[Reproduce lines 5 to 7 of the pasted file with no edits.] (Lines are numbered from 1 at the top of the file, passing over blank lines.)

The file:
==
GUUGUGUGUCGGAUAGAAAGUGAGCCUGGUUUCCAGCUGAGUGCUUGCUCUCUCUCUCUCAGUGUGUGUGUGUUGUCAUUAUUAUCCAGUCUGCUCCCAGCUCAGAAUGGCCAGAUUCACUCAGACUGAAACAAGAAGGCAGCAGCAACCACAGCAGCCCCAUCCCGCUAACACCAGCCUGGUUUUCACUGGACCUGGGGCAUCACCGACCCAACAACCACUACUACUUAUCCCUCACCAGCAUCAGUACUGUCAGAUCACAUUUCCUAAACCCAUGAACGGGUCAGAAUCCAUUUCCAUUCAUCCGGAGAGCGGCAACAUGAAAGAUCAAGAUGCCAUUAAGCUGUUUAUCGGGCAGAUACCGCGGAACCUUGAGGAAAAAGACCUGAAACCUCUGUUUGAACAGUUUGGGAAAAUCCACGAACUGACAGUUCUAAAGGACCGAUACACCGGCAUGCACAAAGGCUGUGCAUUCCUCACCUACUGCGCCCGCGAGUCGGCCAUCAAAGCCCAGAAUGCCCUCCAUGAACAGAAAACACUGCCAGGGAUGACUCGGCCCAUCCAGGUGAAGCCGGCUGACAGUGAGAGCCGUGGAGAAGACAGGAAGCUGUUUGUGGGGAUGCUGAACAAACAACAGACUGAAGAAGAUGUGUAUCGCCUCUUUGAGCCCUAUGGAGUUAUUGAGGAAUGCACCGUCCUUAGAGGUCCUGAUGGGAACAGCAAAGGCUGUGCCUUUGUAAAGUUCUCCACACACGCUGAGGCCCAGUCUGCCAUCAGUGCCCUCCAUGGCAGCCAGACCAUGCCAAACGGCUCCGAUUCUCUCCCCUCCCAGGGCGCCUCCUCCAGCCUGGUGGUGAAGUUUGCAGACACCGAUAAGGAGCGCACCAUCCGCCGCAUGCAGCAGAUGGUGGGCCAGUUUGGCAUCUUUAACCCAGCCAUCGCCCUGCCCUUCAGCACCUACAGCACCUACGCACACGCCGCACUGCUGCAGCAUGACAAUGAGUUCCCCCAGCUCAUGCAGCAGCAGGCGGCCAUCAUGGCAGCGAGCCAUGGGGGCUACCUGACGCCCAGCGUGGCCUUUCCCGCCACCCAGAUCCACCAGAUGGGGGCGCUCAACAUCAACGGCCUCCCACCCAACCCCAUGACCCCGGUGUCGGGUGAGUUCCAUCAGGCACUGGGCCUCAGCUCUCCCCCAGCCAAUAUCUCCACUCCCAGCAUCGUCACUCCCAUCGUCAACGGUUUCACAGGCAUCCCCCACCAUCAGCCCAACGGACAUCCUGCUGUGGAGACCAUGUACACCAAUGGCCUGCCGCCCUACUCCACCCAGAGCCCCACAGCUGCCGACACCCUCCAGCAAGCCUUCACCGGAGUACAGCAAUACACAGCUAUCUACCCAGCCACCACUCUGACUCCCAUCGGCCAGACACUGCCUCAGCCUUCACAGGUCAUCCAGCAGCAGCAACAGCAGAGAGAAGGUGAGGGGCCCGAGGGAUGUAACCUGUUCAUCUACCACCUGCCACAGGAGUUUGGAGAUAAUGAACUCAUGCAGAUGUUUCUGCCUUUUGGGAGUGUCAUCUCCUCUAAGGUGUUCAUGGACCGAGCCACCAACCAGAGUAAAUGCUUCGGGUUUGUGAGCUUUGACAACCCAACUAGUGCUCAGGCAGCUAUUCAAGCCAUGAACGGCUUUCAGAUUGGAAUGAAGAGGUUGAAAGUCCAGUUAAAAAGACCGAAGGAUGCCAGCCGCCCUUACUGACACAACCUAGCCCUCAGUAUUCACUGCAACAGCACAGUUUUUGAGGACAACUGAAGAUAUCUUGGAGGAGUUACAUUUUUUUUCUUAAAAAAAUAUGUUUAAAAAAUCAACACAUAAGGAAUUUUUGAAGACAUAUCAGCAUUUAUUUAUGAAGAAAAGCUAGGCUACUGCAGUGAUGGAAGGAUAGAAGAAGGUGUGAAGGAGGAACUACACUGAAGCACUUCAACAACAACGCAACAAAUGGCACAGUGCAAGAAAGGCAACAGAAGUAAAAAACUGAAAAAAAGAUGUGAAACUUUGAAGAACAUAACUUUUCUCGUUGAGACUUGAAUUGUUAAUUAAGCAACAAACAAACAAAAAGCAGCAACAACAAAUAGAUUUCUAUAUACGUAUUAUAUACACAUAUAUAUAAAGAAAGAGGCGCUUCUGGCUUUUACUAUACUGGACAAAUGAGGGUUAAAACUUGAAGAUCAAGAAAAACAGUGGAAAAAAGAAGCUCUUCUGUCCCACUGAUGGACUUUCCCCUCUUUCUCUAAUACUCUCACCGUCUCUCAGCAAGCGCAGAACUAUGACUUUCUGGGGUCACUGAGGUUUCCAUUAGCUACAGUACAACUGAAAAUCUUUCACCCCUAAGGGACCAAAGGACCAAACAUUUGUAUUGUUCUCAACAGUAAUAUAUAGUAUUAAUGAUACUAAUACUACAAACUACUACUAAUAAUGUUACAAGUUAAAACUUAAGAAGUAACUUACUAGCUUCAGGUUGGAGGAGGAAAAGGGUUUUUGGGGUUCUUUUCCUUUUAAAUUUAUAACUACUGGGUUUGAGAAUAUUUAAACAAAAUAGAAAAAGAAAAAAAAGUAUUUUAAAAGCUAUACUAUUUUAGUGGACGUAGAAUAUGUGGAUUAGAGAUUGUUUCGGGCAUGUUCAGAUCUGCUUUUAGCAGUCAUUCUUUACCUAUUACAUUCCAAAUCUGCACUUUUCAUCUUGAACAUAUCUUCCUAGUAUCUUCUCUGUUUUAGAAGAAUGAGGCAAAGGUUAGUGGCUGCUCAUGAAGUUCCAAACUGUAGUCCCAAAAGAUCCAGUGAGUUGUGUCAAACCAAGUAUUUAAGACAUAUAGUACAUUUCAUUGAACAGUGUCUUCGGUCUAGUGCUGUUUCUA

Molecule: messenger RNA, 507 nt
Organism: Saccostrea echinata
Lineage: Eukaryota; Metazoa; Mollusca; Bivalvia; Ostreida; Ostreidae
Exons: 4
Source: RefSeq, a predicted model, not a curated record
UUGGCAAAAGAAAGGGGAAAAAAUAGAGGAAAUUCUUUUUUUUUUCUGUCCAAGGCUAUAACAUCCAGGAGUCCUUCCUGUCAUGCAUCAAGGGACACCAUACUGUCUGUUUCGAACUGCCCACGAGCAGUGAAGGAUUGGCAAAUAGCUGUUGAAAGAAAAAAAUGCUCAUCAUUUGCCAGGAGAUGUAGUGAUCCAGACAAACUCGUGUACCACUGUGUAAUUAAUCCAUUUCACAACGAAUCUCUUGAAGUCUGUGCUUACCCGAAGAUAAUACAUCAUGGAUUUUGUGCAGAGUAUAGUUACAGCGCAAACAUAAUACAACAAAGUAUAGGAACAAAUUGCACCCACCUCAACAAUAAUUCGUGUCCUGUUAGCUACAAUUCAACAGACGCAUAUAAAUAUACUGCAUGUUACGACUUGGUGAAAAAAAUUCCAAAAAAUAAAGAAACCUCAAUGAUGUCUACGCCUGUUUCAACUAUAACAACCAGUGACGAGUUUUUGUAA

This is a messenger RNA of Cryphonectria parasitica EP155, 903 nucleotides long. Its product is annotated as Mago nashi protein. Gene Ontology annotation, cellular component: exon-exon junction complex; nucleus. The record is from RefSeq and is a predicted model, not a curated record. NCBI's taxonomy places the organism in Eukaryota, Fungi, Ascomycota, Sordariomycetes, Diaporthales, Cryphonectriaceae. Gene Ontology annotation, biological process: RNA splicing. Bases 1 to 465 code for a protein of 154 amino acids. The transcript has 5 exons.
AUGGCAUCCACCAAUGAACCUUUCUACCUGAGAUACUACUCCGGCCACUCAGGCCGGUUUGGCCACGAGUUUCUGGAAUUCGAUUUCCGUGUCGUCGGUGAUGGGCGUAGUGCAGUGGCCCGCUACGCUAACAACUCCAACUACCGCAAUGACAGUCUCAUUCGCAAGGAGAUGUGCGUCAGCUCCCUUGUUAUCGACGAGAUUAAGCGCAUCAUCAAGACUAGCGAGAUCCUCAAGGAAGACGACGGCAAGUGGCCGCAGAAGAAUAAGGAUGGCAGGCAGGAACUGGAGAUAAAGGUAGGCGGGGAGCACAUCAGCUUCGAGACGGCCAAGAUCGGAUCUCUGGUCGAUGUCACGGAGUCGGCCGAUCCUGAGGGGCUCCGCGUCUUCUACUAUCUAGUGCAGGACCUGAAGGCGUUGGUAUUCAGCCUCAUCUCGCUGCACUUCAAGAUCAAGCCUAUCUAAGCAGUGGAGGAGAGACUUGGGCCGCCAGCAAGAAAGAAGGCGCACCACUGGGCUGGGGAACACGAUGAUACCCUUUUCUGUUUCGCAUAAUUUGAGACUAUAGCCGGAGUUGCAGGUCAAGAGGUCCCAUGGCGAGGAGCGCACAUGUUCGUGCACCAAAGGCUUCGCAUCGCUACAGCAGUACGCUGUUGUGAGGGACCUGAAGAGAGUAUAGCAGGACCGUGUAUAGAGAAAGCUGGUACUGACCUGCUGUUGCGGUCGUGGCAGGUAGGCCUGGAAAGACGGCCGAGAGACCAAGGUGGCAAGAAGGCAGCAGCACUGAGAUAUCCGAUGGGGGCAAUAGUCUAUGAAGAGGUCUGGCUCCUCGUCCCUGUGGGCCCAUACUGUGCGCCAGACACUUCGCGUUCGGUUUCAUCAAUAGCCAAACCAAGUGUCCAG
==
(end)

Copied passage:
Exons: 4
Source: RefSeq, a predicted model, not a curated record
UUGGCAAAAGAAAGGGGAAAAAAUAGAGGAAAUUCUUUUUUUUUUCUGUCCAAGGCUAUAACAUCCAGGAGUCCUUCCUGUCAUGCAUCAAGGGACACCAUACUGUCUGUUUCGAACUGCCCACGAGCAGUGAAGGAUUGGCAAAUAGCUGUUGAAAGAAAAAAAUGCUCAUCAUUUGCCAGGAGAUGUAGUGAUCCAGACAAACUCGUGUACCACUGUGUAAUUAAUCCAUUUCACAACGAAUCUCUUGAAGUCUGUGCUUACCCGAAGAUAAUACAUCAUGGAUUUUGUGCAGAGUAUAGUUACAGCGCAAACAUAAUACAACAAAGUAUAGGAACAAAUUGCACCCACCUCAACAAUAAUUCGUGUCCUGUUAGCUACAAUUCAACAGACGCAUAUAAAUAUACUGCAUGUUACGACUUGGUGAAAAAAAUUCCAAAAAAUAAAGAAACCUCAAUGAUGUCUACGCCUGUUUCAACUAUAACAACCAGUGACGAGUUUUUGUAA